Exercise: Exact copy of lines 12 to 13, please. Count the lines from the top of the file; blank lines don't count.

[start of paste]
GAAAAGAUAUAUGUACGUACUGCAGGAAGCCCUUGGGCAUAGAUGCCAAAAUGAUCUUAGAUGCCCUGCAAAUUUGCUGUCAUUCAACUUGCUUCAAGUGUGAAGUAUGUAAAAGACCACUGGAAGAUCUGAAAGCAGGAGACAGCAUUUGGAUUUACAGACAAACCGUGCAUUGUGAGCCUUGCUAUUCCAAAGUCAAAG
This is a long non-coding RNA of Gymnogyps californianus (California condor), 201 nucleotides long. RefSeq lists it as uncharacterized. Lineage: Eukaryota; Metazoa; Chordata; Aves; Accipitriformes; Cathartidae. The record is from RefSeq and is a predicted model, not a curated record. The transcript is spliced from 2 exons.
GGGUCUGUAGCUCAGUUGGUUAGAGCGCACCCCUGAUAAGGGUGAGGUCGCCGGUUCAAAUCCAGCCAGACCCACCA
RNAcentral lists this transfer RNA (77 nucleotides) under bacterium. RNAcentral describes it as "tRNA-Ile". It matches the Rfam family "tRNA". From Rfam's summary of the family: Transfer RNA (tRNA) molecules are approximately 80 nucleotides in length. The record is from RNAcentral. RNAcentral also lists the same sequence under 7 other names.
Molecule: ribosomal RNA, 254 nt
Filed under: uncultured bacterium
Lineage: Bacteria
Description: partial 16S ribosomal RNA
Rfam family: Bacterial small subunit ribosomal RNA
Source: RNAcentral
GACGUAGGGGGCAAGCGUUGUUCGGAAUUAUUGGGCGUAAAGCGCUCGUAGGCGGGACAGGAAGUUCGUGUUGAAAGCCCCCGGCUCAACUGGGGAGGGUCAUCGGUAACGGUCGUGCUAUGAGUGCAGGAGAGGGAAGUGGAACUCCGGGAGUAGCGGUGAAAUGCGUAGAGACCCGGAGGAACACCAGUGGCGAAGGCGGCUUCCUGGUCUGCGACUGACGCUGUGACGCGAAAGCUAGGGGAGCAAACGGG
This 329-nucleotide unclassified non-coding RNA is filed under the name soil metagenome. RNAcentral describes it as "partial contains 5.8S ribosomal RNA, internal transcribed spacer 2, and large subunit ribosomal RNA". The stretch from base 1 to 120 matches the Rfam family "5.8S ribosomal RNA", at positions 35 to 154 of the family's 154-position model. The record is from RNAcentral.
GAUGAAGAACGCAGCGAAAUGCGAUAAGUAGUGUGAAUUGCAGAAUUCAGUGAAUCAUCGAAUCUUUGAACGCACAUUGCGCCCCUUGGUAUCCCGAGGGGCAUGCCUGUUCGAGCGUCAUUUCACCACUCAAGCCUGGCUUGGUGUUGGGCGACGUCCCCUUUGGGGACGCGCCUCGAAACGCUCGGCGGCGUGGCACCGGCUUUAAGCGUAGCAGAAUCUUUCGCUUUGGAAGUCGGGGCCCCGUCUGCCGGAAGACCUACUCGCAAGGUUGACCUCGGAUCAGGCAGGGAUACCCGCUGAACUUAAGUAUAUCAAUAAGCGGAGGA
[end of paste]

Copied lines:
This 329-nucleotide unclassified non-coding RNA is filed under the name soil metagenome. RNAcentral describes it as "partial contains 5.8S ribosomal RNA, internal transcribed spacer 2, and large subunit ribosomal RNA". The stretch from base 1 to 120 matches the Rfam family "5.8S ribosomal RNA", at positions 35 to 154 of the family's 154-position model. The record is from RNAcentral.
GAUGAAGAACGCAGCGAAAUGCGAUAAGUAGUGUGAAUUGCAGAAUUCAGUGAAUCAUCGAAUCUUUGAACGCACAUUGCGCCCCUUGGUAUCCCGAGGGGCAUGCCUGUUCGAGCGUCAUUUCACCACUCAAGCCUGGCUUGGUGUUGGGCGACGUCCCCUUUGGGGACGCGCCUCGAAACGCUCGGCGGCGUGGCACCGGCUUUAAGCGUAGCAGAAUCUUUCGCUUUGGAAGUCGGGGCCCCGUCUGCCGGAAGACCUACUCGCAAGGUUGACCUCGGAUCAGGCAGGGAUACCCGCUGAACUUAAGUAUAUCAAUAAGCGGAGGA